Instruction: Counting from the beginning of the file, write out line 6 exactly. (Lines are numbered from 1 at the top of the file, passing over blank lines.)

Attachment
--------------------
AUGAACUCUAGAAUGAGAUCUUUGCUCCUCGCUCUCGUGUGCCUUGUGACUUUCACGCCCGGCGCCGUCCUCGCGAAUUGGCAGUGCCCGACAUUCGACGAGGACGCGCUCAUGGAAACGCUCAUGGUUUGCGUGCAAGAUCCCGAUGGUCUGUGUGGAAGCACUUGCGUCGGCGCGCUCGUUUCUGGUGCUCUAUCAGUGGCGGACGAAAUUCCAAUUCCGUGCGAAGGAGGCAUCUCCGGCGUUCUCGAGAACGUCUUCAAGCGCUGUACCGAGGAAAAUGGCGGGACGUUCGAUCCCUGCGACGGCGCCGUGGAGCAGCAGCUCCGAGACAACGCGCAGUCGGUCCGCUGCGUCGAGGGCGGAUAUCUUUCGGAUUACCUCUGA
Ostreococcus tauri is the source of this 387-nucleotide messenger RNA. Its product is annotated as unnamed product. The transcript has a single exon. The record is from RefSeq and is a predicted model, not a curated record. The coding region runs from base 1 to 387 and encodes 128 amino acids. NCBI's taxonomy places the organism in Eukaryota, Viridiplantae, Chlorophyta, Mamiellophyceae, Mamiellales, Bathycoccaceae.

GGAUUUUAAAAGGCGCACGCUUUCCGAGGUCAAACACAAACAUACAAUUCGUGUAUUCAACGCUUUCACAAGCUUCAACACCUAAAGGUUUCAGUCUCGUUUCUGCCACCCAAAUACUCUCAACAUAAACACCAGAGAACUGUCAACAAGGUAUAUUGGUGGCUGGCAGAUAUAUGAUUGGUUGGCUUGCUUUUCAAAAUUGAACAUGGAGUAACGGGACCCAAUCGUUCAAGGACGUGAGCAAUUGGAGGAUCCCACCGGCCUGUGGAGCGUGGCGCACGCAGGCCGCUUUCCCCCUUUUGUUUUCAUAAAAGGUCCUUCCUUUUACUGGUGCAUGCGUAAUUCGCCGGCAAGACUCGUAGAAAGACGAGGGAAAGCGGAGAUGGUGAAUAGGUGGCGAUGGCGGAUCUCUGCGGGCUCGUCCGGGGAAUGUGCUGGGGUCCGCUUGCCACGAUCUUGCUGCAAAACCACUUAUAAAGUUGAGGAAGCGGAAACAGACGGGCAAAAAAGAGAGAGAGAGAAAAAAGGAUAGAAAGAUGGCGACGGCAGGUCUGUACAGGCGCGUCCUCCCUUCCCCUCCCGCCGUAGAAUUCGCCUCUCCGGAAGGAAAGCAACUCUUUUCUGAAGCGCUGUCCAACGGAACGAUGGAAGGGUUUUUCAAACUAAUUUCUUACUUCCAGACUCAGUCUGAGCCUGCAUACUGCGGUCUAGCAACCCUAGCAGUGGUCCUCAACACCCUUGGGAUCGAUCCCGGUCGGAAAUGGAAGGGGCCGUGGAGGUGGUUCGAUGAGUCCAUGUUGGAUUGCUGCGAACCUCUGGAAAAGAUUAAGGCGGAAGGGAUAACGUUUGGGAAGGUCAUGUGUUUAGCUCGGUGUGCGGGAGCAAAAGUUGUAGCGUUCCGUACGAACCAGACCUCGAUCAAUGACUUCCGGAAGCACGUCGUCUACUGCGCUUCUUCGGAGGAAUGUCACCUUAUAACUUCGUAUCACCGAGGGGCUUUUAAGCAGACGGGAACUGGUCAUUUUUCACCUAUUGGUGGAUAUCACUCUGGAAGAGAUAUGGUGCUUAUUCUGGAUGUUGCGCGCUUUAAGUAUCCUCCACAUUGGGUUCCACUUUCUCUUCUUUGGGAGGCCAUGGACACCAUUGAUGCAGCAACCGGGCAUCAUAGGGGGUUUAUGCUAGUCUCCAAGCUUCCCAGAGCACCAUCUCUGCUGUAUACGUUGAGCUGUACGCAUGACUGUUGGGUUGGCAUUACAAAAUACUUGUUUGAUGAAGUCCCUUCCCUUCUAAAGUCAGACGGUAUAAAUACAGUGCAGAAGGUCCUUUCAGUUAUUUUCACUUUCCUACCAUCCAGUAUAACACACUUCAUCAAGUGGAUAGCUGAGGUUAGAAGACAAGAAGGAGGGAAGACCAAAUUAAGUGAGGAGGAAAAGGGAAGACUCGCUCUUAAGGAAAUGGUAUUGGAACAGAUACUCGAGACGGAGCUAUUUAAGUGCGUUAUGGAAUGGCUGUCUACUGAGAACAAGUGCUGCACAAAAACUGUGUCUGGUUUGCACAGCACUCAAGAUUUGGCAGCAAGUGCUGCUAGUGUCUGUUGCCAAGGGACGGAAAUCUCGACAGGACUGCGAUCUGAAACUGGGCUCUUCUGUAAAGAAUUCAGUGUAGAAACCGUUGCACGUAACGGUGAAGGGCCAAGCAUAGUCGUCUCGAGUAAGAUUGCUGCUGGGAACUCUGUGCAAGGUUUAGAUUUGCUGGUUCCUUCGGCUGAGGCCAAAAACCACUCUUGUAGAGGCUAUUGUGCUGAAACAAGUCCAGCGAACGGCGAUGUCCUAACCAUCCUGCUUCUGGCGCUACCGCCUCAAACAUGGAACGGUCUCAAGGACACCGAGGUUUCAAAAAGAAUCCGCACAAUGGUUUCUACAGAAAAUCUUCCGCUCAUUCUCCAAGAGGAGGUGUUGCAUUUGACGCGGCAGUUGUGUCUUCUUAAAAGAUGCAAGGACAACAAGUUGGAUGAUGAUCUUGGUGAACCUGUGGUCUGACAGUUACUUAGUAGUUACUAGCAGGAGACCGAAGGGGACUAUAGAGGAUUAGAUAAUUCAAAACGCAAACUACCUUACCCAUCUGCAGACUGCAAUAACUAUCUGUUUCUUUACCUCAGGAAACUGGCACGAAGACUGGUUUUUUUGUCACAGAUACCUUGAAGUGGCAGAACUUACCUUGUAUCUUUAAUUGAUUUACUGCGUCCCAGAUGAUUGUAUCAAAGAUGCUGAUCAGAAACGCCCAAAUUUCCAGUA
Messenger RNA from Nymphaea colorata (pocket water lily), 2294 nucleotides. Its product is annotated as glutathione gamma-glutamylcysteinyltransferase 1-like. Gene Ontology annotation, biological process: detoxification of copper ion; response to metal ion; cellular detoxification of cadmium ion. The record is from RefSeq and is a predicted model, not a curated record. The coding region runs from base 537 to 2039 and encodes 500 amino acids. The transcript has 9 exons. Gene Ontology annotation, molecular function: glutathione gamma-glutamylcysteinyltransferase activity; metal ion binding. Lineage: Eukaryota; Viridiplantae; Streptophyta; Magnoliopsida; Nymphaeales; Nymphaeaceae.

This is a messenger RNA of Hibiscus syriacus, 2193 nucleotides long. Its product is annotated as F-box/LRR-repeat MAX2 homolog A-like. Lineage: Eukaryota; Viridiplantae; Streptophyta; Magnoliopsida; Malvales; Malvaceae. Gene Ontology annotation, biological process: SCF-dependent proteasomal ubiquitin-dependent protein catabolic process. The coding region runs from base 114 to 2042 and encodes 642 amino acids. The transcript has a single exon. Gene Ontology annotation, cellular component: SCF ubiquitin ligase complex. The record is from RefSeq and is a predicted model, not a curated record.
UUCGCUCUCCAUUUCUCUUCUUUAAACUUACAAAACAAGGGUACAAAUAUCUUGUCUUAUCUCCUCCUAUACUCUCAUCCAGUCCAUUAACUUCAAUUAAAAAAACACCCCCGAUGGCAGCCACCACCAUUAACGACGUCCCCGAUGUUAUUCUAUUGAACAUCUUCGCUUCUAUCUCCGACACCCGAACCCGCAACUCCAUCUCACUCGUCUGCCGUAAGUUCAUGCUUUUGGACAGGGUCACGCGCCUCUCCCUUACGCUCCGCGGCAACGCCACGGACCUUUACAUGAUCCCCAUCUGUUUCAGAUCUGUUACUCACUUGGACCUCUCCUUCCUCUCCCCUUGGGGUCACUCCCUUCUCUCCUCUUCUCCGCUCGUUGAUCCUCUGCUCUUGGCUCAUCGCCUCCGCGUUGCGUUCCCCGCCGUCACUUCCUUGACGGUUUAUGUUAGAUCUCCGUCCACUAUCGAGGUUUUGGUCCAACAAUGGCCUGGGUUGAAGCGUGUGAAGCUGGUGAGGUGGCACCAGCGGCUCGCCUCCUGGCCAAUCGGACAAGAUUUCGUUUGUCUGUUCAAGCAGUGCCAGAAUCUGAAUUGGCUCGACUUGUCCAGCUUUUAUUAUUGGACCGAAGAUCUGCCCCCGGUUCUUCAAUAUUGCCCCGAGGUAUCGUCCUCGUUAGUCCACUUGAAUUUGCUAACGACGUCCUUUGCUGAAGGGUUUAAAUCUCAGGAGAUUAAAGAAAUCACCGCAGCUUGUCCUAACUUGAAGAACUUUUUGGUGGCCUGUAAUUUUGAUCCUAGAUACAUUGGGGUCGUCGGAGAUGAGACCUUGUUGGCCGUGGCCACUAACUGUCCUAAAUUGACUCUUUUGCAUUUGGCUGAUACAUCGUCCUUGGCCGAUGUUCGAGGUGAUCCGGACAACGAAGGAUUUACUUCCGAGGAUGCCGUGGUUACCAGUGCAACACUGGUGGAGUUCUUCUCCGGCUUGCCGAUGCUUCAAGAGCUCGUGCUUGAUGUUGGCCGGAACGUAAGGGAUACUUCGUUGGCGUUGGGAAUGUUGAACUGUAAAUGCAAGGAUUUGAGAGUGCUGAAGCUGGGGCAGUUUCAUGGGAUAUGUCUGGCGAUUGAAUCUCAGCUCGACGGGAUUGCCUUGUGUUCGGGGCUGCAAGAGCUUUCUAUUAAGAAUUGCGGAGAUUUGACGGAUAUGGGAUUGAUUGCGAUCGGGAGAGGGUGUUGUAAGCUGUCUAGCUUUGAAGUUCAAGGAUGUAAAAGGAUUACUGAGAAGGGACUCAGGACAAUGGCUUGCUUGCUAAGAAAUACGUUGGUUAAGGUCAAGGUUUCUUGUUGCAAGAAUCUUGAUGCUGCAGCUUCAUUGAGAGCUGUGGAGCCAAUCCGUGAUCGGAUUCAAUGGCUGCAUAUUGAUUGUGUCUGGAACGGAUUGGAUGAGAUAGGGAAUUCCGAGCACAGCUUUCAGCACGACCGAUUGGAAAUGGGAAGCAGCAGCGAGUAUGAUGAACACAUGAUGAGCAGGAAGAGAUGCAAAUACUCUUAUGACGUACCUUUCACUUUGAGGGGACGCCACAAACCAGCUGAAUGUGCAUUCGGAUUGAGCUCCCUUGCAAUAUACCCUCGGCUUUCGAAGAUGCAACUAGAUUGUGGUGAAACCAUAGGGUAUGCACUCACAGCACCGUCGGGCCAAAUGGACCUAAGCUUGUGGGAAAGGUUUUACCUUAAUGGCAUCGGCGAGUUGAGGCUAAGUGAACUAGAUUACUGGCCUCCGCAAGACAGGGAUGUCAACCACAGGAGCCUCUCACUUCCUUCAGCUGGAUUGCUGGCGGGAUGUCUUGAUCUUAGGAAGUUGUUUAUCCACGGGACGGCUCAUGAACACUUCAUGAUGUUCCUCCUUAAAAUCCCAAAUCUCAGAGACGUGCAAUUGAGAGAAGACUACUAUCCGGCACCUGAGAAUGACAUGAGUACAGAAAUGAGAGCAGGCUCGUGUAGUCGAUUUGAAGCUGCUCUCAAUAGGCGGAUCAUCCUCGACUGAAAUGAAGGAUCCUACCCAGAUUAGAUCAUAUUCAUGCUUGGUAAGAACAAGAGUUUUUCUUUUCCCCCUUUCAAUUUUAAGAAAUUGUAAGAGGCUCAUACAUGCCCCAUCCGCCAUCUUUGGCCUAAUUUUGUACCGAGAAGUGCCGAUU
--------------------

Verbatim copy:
UUCGCUCUCCAUUUCUCUUCUUUAAACUUACAAAACAAGGGUACAAAUAUCUUGUCUUAUCUCCUCCUAUACUCUCAUCCAGUCCAUUAACUUCAAUUAAAAAAACACCCCCGAUGGCAGCCACCACCAUUAACGACGUCCCCGAUGUUAUUCUAUUGAACAUCUUCGCUUCUAUCUCCGACACCCGAACCCGCAACUCCAUCUCACUCGUCUGCCGUAAGUUCAUGCUUUUGGACAGGGUCACGCGCCUCUCCCUUACGCUCCGCGGCAACGCCACGGACCUUUACAUGAUCCCCAUCUGUUUCAGAUCUGUUACUCACUUGGACCUCUCCUUCCUCUCCCCUUGGGGUCACUCCCUUCUCUCCUCUUCUCCGCUCGUUGAUCCUCUGCUCUUGGCUCAUCGCCUCCGCGUUGCGUUCCCCGCCGUCACUUCCUUGACGGUUUAUGUUAGAUCUCCGUCCACUAUCGAGGUUUUGGUCCAACAAUGGCCUGGGUUGAAGCGUGUGAAGCUGGUGAGGUGGCACCAGCGGCUCGCCUCCUGGCCAAUCGGACAAGAUUUCGUUUGUCUGUUCAAGCAGUGCCAGAAUCUGAAUUGGCUCGACUUGUCCAGCUUUUAUUAUUGGACCGAAGAUCUGCCCCCGGUUCUUCAAUAUUGCCCCGAGGUAUCGUCCUCGUUAGUCCACUUGAAUUUGCUAACGACGUCCUUUGCUGAAGGGUUUAAAUCUCAGGAGAUUAAAGAAAUCACCGCAGCUUGUCCUAACUUGAAGAACUUUUUGGUGGCCUGUAAUUUUGAUCCUAGAUACAUUGGGGUCGUCGGAGAUGAGACCUUGUUGGCCGUGGCCACUAACUGUCCUAAAUUGACUCUUUUGCAUUUGGCUGAUACAUCGUCCUUGGCCGAUGUUCGAGGUGAUCCGGACAACGAAGGAUUUACUUCCGAGGAUGCCGUGGUUACCAGUGCAACACUGGUGGAGUUCUUCUCCGGCUUGCCGAUGCUUCAAGAGCUCGUGCUUGAUGUUGGCCGGAACGUAAGGGAUACUUCGUUGGCGUUGGGAAUGUUGAACUGUAAAUGCAAGGAUUUGAGAGUGCUGAAGCUGGGGCAGUUUCAUGGGAUAUGUCUGGCGAUUGAAUCUCAGCUCGACGGGAUUGCCUUGUGUUCGGGGCUGCAAGAGCUUUCUAUUAAGAAUUGCGGAGAUUUGACGGAUAUGGGAUUGAUUGCGAUCGGGAGAGGGUGUUGUAAGCUGUCUAGCUUUGAAGUUCAAGGAUGUAAAAGGAUUACUGAGAAGGGACUCAGGACAAUGGCUUGCUUGCUAAGAAAUACGUUGGUUAAGGUCAAGGUUUCUUGUUGCAAGAAUCUUGAUGCUGCAGCUUCAUUGAGAGCUGUGGAGCCAAUCCGUGAUCGGAUUCAAUGGCUGCAUAUUGAUUGUGUCUGGAACGGAUUGGAUGAGAUAGGGAAUUCCGAGCACAGCUUUCAGCACGACCGAUUGGAAAUGGGAAGCAGCAGCGAGUAUGAUGAACACAUGAUGAGCAGGAAGAGAUGCAAAUACUCUUAUGACGUACCUUUCACUUUGAGGGGACGCCACAAACCAGCUGAAUGUGCAUUCGGAUUGAGCUCCCUUGCAAUAUACCCUCGGCUUUCGAAGAUGCAACUAGAUUGUGGUGAAACCAUAGGGUAUGCACUCACAGCACCGUCGGGCCAAAUGGACCUAAGCUUGUGGGAAAGGUUUUACCUUAAUGGCAUCGGCGAGUUGAGGCUAAGUGAACUAGAUUACUGGCCUCCGCAAGACAGGGAUGUCAACCACAGGAGCCUCUCACUUCCUUCAGCUGGAUUGCUGGCGGGAUGUCUUGAUCUUAGGAAGUUGUUUAUCCACGGGACGGCUCAUGAACACUUCAUGAUGUUCCUCCUUAAAAUCCCAAAUCUCAGAGACGUGCAAUUGAGAGAAGACUACUAUCCGGCACCUGAGAAUGACAUGAGUACAGAAAUGAGAGCAGGCUCGUGUAGUCGAUUUGAAGCUGCUCUCAAUAGGCGGAUCAUCCUCGACUGAAAUGAAGGAUCCUACCCAGAUUAGAUCAUAUUCAUGCUUGGUAAGAACAAGAGUUUUUCUUUUCCCCCUUUCAAUUUUAAGAAAUUGUAAGAGGCUCAUACAUGCCCCAUCCGCCAUCUUUGGCCUAAUUUUGUACCGAGAAGUGCCGAUU